For diarrhea. A lot of doctors recommend that you just get over the diarrhea by resting for a few days and taking care of your nutrition, but if you have a long bus ride coming, that’s probably not an option.
To help with the pain of a sore throat. Strepsils is a global brand that can be found almost anywhere, so you don’t necessarily need to buy these in advance.
65. Cetirizini dihydrochloridum
For flu and allergic reactions.
66. Antimalarial tablets (atovaquone/proguanil)
Getting antimalarial medicine makes you face an interesting dilemma: how much are you ready to pay for lesser side effects? The price quickly multiplies if you decide to take the most expensive option like I did. It’s also difficult to estimate how many pills do you need. I have antimalarial tablets for a total stay of about 5 weeks in malaria zones. Some of the tablets were leftovers from my previous trip where I didn’t end up needing them.
67. Nose balm and nose spray
Not necessary for everyone. The mucous membranes of my nose are always in a miserable condition because of some undetermined allergic flu, so I use these to help prevent nosebleeds. Additionally, I have some different nose spray left from a previous medical recipe that can help open up a stuffy nose.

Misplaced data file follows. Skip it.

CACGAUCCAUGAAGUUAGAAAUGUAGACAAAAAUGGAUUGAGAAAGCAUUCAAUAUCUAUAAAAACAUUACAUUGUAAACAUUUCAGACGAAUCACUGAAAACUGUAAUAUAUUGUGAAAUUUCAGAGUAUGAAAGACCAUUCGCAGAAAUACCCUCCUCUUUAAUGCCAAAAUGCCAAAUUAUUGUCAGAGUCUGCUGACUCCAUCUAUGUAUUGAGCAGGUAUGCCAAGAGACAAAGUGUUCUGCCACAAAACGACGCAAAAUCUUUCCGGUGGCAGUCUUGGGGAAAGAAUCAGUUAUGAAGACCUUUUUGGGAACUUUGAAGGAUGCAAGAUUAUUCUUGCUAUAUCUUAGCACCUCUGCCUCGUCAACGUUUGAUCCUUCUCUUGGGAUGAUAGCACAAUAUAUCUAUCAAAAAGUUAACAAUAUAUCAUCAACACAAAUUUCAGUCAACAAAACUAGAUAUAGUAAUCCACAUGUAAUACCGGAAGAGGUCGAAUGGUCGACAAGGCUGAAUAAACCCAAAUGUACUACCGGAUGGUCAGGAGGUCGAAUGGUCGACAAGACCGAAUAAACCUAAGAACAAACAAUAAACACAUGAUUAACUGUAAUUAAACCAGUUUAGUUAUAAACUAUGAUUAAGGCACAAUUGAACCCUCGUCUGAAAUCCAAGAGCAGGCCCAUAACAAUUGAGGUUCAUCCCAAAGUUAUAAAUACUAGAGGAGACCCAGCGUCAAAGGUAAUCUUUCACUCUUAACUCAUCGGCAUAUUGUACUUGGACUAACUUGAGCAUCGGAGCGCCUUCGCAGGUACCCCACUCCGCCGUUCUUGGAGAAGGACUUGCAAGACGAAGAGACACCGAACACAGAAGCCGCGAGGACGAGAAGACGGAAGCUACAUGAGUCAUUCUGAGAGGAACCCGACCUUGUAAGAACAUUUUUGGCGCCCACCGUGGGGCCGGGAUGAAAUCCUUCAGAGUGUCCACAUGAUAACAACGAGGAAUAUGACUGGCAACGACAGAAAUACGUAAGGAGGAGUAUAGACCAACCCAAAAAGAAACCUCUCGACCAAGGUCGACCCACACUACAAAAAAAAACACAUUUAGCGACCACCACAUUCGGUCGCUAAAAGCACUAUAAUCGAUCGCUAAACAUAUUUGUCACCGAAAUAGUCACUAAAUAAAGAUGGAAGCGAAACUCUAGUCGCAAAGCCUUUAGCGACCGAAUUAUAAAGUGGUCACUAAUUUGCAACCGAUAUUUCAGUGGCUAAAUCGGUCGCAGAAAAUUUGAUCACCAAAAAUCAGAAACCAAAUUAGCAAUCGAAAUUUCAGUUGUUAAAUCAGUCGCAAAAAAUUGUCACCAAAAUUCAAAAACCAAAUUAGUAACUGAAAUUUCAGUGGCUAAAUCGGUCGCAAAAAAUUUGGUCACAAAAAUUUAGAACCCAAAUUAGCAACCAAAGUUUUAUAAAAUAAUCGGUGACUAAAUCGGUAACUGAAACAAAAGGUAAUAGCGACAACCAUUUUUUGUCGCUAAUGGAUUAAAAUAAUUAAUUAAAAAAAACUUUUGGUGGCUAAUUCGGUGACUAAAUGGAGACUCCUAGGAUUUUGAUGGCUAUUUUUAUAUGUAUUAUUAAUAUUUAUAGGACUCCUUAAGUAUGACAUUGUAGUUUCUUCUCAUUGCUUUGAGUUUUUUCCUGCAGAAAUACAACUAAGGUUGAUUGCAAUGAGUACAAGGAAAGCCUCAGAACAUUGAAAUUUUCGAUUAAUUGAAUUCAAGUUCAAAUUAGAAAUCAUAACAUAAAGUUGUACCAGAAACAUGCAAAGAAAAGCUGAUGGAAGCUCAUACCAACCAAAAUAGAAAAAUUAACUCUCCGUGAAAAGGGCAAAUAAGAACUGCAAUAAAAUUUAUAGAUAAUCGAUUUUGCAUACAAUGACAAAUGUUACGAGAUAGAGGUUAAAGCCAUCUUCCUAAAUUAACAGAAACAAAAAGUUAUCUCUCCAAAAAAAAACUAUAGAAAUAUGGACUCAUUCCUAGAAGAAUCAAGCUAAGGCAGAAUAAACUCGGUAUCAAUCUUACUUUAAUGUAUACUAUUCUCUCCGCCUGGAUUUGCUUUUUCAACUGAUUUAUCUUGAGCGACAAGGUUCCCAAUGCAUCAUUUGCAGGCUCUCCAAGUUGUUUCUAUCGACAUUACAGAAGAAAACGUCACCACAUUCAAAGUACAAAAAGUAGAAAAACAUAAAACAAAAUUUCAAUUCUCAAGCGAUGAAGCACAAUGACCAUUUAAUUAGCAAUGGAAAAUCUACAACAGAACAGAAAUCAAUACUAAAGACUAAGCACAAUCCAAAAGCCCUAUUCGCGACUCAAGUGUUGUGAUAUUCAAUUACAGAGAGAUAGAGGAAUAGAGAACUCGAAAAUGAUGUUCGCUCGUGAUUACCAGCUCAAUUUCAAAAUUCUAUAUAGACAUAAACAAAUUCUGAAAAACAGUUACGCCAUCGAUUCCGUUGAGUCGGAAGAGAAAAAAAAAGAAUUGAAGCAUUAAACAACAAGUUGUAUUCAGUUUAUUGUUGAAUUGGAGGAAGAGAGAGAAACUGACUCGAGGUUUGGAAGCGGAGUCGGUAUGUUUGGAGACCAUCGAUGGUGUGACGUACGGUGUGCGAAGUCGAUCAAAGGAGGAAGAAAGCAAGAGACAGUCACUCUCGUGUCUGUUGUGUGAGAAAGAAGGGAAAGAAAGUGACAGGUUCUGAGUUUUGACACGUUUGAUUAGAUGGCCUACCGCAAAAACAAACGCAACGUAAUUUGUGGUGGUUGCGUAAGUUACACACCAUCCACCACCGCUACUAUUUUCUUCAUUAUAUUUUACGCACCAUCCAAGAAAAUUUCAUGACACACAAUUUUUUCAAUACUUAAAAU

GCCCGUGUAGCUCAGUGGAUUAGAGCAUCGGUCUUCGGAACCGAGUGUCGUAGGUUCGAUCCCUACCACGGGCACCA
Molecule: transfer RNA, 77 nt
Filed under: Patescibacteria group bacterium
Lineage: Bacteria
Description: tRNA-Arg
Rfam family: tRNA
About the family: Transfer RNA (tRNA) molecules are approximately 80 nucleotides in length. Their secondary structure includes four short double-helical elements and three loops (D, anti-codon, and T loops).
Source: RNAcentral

68. Lactic acid bacteria with added vitamins
These may help digestion and prevent diarrhea. I also plan to use lactic acid bacteria tablets as my “placebo pills” that I’ll take for any slight health problems, because placebo actually works even when you know it’s placebo.
69. Rehydration powder
Rehydration powder helps you get back the sugar and salts that you’ll lose during diarrhea. You might also need the components when you sweat excessively in heat.
Many travelers don’t take a thermometer with them. After all, if you do have a fever, you’ll most likely feel it.
71. Band-aids (various sizes)
They don’t weight much, so take plenty. You might be surprised by how often you get small scratches.
72. Blister band-aids
Hopefully your shoes are a perfect fit and you’ll never need these.
73. Larger bandage
Just something I’ve had in my drawer since my military service that I decided to grab along.
TOOLS AND ACCESSORIES
74. Sunglasses and a case
Shades with UV protection and a case that can take a few hits.
75. Petzl Zipka headlamp
A small headlamp recommended in the equipment list of the best backpacker guide book ever written, Madventures – Kansainvälisen seikkailijan opas (”International adventurer’s guide”, in Finnish only, sorry!) that also lists many other items found on this post.
76. Compass (2)
Compasses are very useful in navigation both in cities and the nature and I try to always keep one with me. I got an extra compass (that was much better than my original compass) as a farewell gift, but I sadly lost it on the first week of my trip. Sorry!